Axing marketing is essentially Airbnb’s way of holding its breath as it passes through this tunnel, and hoping it can pick up right where it left off upon reaching the light at the end. The Greeks would call this hubris.
2. Airbnb’s marketing moratorium came right as some of its competitors and travel-industry counterparts created marketing materials in anticipation of the aforementioned travel boom. Many are using the slogan “Dream now, travel later.”
Here’s an example of that marketing from Booking.com:
Here is a recent campaign created by the World Travel & Tourism Council.
And here is the graphic accompanying one of several emails I received in my inbox from Delta Airlines, signed and allegedly penned by CEO Ed Bastian:
The crazy thing is that Airbnb will probably be OK. Brian Chesky is a branding genius, and the fact that he was able to grow a startup that was once posting “air mattress” accommodations into a household name is remarkable.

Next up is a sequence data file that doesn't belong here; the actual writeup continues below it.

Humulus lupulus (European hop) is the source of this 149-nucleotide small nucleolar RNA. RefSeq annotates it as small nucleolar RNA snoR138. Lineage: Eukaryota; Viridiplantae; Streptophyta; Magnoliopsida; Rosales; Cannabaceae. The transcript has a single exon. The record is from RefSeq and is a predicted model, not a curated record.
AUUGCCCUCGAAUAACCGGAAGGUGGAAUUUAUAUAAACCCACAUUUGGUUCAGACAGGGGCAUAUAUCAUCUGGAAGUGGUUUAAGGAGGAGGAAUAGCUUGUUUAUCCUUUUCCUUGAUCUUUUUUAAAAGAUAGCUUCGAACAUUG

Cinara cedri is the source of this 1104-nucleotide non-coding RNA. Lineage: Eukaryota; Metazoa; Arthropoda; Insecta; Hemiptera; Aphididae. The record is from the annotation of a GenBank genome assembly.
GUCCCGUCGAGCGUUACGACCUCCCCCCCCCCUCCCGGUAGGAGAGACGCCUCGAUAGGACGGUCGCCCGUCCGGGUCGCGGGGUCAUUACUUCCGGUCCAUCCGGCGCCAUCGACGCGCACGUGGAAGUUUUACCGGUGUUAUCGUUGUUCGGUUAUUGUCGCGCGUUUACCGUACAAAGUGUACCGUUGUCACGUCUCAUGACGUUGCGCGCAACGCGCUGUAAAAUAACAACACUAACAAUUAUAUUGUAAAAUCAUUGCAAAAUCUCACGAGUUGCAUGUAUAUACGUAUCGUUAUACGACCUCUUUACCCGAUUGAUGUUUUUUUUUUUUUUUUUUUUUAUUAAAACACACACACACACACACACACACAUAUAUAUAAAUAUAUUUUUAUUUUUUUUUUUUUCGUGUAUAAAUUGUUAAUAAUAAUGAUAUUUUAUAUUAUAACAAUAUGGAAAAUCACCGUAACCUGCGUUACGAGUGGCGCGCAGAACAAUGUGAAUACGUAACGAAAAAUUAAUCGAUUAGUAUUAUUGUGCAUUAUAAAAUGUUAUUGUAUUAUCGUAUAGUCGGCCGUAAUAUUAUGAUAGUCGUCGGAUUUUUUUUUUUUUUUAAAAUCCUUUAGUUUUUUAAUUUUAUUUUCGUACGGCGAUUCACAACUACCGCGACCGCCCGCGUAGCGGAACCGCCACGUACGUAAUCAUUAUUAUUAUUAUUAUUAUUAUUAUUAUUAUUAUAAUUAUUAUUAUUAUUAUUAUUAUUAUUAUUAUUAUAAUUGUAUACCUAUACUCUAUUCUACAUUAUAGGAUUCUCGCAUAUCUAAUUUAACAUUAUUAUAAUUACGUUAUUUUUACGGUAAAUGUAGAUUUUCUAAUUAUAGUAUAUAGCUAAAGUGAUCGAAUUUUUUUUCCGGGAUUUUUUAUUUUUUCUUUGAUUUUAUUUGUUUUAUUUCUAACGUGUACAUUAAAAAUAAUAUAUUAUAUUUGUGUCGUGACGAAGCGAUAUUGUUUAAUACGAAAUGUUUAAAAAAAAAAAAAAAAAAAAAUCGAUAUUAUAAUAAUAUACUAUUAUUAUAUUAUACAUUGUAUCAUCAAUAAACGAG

That work is hard to undo, and Airbnb may, in fact, be able to get away without marketing (worse for wear, to be certain, but still solvent).
But can you say the same for your company?
If you happen to be an internationally recognized brand that was experiencing extraordinary growth before this all went down (and just received $1 billion in private equity funds) then maybe (a lower valuation and some lost market share notwithstanding).
But if none of that applies to you, then you need to do what little is within your power to make sure you’re engaging with your audiences.
This will turn around, and that demand that is so outside of your control will rise from the ashes like a phoenix.